Scaling up investment in renewable power can significantly contribute to addressing many of Jordan’s crucial challenges. These include: sustaining economic growth; improving energy security and reducing fossil-fuel consumption and imports; and reducing fiscal pressure linked to costly support to fossil-fuel imports. Unlike some of its neighbours in the Middle East and North Africa (MENA) region, Jordan has few fossil fuel resources of its own and imports around 96% of its total primary energy supply. Concerns over energy security and fossil-fuel imports dependency have intensified in Jordan due to political events in the region, including gas supply interruptions since 2011, and more recently, the rapid growth in energy demand caused by a large influx of more than one million refugees and asylum seekers, mostly from Syria and Iraq.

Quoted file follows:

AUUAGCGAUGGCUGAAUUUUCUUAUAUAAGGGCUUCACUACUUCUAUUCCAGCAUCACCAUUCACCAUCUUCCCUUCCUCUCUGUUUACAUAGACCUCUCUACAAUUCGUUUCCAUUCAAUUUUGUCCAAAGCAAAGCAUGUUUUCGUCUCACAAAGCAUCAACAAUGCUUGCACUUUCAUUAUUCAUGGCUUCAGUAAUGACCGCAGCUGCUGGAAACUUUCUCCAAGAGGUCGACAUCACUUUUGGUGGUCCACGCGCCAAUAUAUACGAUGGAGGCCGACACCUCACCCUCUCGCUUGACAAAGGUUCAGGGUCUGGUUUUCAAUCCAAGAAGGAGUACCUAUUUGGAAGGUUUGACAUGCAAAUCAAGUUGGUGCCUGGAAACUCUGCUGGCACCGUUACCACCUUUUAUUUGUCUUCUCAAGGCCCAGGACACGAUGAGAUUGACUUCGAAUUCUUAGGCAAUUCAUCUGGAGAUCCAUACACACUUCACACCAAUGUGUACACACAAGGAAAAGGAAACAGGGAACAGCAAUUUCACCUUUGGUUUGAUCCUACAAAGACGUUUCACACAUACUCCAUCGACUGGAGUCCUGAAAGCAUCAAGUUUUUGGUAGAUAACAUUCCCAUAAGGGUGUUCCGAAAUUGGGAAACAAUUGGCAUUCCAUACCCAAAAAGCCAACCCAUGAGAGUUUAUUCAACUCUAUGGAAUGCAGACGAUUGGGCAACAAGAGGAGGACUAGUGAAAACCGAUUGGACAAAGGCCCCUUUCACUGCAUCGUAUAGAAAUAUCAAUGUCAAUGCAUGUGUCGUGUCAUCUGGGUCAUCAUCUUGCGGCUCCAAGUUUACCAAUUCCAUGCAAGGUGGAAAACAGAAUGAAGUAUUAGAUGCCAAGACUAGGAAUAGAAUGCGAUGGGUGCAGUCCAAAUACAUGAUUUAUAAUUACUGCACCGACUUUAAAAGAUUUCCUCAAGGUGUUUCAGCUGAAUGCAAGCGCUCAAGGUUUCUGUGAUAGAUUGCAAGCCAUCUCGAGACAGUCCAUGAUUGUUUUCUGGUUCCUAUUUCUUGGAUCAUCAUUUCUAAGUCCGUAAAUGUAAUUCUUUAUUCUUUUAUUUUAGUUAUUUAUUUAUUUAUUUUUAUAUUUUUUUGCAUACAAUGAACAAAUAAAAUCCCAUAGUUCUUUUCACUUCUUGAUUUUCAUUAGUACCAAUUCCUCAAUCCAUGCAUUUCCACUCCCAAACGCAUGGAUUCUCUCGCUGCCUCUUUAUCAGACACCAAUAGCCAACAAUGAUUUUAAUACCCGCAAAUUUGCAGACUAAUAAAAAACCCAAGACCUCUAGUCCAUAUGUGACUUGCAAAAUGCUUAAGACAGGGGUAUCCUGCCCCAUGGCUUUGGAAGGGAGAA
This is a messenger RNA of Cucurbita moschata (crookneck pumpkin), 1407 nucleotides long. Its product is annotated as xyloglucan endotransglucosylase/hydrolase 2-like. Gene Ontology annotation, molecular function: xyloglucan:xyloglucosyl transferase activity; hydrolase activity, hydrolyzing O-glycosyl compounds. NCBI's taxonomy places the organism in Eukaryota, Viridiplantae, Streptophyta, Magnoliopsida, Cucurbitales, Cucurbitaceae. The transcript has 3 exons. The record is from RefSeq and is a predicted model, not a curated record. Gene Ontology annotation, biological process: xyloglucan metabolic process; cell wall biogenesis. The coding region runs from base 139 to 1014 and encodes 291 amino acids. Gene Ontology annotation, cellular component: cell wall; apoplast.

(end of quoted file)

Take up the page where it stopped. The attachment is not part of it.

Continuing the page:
This report provides an assessment of Jordan’s existing policy and regulatory framework for investment in renewable power. It also provides non-prescriptive policy suggestions and raises key issues for Jordanian policy makers to consider in order to scale up private investment in renewable power, in the areas of: investment policy; investment promotion and facilitation; competition policy; financial market policy; public governance; and other cross-cutting issues. The report reviews key elements of Jordan’s policy framework for renewable-power investment, drawing from topics and themes addressed in the OECD Policy Guidance for Investment in Clean Energy Infrastructure (OECD, 2015a). This guidance is a non-prescriptive tool that assists governments in improving the domestic enabling environment for investment in renewable energy in the electricity sector